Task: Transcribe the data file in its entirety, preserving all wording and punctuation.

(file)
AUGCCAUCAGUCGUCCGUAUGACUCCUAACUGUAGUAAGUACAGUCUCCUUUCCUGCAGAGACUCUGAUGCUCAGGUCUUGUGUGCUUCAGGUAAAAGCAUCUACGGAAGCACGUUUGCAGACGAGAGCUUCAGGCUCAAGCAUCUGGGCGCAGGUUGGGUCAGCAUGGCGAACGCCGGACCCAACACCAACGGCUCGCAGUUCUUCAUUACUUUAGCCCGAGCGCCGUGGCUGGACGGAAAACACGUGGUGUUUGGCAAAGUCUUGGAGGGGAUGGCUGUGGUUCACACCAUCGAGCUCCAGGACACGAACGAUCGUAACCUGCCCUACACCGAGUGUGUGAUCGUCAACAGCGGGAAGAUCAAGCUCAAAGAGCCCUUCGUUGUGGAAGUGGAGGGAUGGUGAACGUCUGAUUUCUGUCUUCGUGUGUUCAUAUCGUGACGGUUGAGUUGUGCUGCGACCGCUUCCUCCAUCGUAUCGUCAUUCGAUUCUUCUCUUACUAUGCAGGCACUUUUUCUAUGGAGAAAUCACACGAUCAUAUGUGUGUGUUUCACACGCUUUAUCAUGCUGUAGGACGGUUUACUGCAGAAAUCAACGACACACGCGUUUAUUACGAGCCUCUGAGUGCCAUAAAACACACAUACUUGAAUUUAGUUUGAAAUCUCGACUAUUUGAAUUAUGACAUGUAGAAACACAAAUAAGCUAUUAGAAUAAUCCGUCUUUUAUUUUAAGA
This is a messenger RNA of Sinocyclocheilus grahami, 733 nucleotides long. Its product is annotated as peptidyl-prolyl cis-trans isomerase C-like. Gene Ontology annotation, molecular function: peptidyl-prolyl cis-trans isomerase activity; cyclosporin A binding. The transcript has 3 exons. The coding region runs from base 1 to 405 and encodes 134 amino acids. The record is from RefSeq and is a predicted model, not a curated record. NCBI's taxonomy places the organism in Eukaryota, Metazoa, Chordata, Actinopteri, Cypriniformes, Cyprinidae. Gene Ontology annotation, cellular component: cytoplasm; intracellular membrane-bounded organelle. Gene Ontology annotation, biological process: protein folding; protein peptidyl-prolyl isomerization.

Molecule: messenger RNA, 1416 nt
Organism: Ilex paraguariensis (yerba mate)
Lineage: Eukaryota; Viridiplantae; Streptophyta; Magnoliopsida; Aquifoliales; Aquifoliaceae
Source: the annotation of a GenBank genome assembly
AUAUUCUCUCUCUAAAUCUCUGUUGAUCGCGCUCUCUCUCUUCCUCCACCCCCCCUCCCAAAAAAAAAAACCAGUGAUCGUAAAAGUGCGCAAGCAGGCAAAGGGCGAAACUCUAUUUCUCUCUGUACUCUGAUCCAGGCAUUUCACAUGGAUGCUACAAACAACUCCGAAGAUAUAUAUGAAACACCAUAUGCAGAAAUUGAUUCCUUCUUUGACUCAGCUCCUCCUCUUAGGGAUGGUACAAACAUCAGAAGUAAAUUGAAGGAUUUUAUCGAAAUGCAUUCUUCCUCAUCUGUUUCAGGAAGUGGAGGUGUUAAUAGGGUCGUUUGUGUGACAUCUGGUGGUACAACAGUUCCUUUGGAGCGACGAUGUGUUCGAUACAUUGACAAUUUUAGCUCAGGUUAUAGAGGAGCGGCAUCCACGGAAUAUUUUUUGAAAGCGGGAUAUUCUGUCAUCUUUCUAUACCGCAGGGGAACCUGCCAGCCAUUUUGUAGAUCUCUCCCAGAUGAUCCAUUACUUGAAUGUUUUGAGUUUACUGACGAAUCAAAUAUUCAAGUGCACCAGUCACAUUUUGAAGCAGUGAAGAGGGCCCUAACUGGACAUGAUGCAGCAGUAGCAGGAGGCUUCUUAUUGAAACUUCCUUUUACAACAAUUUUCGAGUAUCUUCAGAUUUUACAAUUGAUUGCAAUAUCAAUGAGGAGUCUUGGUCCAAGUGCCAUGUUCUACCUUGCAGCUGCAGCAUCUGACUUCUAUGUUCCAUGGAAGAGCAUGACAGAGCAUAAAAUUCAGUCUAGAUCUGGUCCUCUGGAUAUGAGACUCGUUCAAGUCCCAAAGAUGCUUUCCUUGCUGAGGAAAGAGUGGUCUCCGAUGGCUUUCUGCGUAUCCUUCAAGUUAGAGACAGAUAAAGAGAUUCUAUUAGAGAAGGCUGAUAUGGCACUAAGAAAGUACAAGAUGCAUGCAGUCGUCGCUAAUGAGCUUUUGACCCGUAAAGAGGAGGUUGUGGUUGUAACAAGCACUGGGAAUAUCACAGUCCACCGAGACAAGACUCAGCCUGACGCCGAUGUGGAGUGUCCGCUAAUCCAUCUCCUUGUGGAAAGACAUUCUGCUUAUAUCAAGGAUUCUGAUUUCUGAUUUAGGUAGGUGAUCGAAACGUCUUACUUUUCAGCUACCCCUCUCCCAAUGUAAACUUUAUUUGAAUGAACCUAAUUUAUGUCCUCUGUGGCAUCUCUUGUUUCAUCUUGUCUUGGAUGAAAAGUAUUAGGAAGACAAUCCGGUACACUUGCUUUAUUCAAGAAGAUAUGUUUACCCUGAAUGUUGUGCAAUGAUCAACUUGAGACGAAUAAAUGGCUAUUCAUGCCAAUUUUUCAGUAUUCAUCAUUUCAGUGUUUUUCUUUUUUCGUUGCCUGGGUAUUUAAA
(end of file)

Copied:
AUGCCAUCAGUCGUCCGUAUGACUCCUAACUGUAGUAAGUACAGUCUCCUUUCCUGCAGAGACUCUGAUGCUCAGGUCUUGUGUGCUUCAGGUAAAAGCAUCUACGGAAGCACGUUUGCAGACGAGAGCUUCAGGCUCAAGCAUCUGGGCGCAGGUUGGGUCAGCAUGGCGAACGCCGGACCCAACACCAACGGCUCGCAGUUCUUCAUUACUUUAGCCCGAGCGCCGUGGCUGGACGGAAAACACGUGGUGUUUGGCAAAGUCUUGGAGGGGAUGGCUGUGGUUCACACCAUCGAGCUCCAGGACACGAACGAUCGUAACCUGCCCUACACCGAGUGUGUGAUCGUCAACAGCGGGAAGAUCAAGCUCAAAGAGCCCUUCGUUGUGGAAGUGGAGGGAUGGUGAACGUCUGAUUUCUGUCUUCGUGUGUUCAUAUCGUGACGGUUGAGUUGUGCUGCGACCGCUUCCUCCAUCGUAUCGUCAUUCGAUUCUUCUCUUACUAUGCAGGCACUUUUUCUAUGGAGAAAUCACACGAUCAUAUGUGUGUGUUUCACACGCUUUAUCAUGCUGUAGGACGGUUUACUGCAGAAAUCAACGACACACGCGUUUAUUACGAGCCUCUGAGUGCCAUAAAACACACAUACUUGAAUUUAGUUUGAAAUCUCGACUAUUUGAAUUAUGACAUGUAGAAACACAAAUAAGCUAUUAGAAUAAUCCGUCUUUUAUUUUAAGA
This is a messenger RNA of Sinocyclocheilus grahami, 733 nucleotides long. Its product is annotated as peptidyl-prolyl cis-trans isomerase C-like. Gene Ontology annotation, molecular function: peptidyl-prolyl cis-trans isomerase activity; cyclosporin A binding. The transcript has 3 exons. The coding region runs from base 1 to 405 and encodes 134 amino acids. The record is from RefSeq and is a predicted model, not a curated record. NCBI's taxonomy places the organism in Eukaryota, Metazoa, Chordata, Actinopteri, Cypriniformes, Cyprinidae. Gene Ontology annotation, cellular component: cytoplasm; intracellular membrane-bounded organelle. Gene Ontology annotation, biological process: protein folding; protein peptidyl-prolyl isomerization.

Molecule: messenger RNA, 1416 nt
Organism: Ilex paraguariensis (yerba mate)
Lineage: Eukaryota; Viridiplantae; Streptophyta; Magnoliopsida; Aquifoliales; Aquifoliaceae
Source: the annotation of a GenBank genome assembly
AUAUUCUCUCUCUAAAUCUCUGUUGAUCGCGCUCUCUCUCUUCCUCCACCCCCCCUCCCAAAAAAAAAAACCAGUGAUCGUAAAAGUGCGCAAGCAGGCAAAGGGCGAAACUCUAUUUCUCUCUGUACUCUGAUCCAGGCAUUUCACAUGGAUGCUACAAACAACUCCGAAGAUAUAUAUGAAACACCAUAUGCAGAAAUUGAUUCCUUCUUUGACUCAGCUCCUCCUCUUAGGGAUGGUACAAACAUCAGAAGUAAAUUGAAGGAUUUUAUCGAAAUGCAUUCUUCCUCAUCUGUUUCAGGAAGUGGAGGUGUUAAUAGGGUCGUUUGUGUGACAUCUGGUGGUACAACAGUUCCUUUGGAGCGACGAUGUGUUCGAUACAUUGACAAUUUUAGCUCAGGUUAUAGAGGAGCGGCAUCCACGGAAUAUUUUUUGAAAGCGGGAUAUUCUGUCAUCUUUCUAUACCGCAGGGGAACCUGCCAGCCAUUUUGUAGAUCUCUCCCAGAUGAUCCAUUACUUGAAUGUUUUGAGUUUACUGACGAAUCAAAUAUUCAAGUGCACCAGUCACAUUUUGAAGCAGUGAAGAGGGCCCUAACUGGACAUGAUGCAGCAGUAGCAGGAGGCUUCUUAUUGAAACUUCCUUUUACAACAAUUUUCGAGUAUCUUCAGAUUUUACAAUUGAUUGCAAUAUCAAUGAGGAGUCUUGGUCCAAGUGCCAUGUUCUACCUUGCAGCUGCAGCAUCUGACUUCUAUGUUCCAUGGAAGAGCAUGACAGAGCAUAAAAUUCAGUCUAGAUCUGGUCCUCUGGAUAUGAGACUCGUUCAAGUCCCAAAGAUGCUUUCCUUGCUGAGGAAAGAGUGGUCUCCGAUGGCUUUCUGCGUAUCCUUCAAGUUAGAGACAGAUAAAGAGAUUCUAUUAGAGAAGGCUGAUAUGGCACUAAGAAAGUACAAGAUGCAUGCAGUCGUCGCUAAUGAGCUUUUGACCCGUAAAGAGGAGGUUGUGGUUGUAACAAGCACUGGGAAUAUCACAGUCCACCGAGACAAGACUCAGCCUGACGCCGAUGUGGAGUGUCCGCUAAUCCAUCUCCUUGUGGAAAGACAUUCUGCUUAUAUCAAGGAUUCUGAUUUCUGAUUUAGGUAGGUGAUCGAAACGUCUUACUUUUCAGCUACCCCUCUCCCAAUGUAAACUUUAUUUGAAUGAACCUAAUUUAUGUCCUCUGUGGCAUCUCUUGUUUCAUCUUGUCUUGGAUGAAAAGUAUUAGGAAGACAAUCCGGUACACUUGCUUUAUUCAAGAAGAUAUGUUUACCCUGAAUGUUGUGCAAUGAUCAACUUGAGACGAAUAAAUGGCUAUUCAUGCCAAUUUUUCAGUAUUCAUCAUUUCAGUGUUUUUCUUUUUUCGUUGCCUGGGUAUUUAAA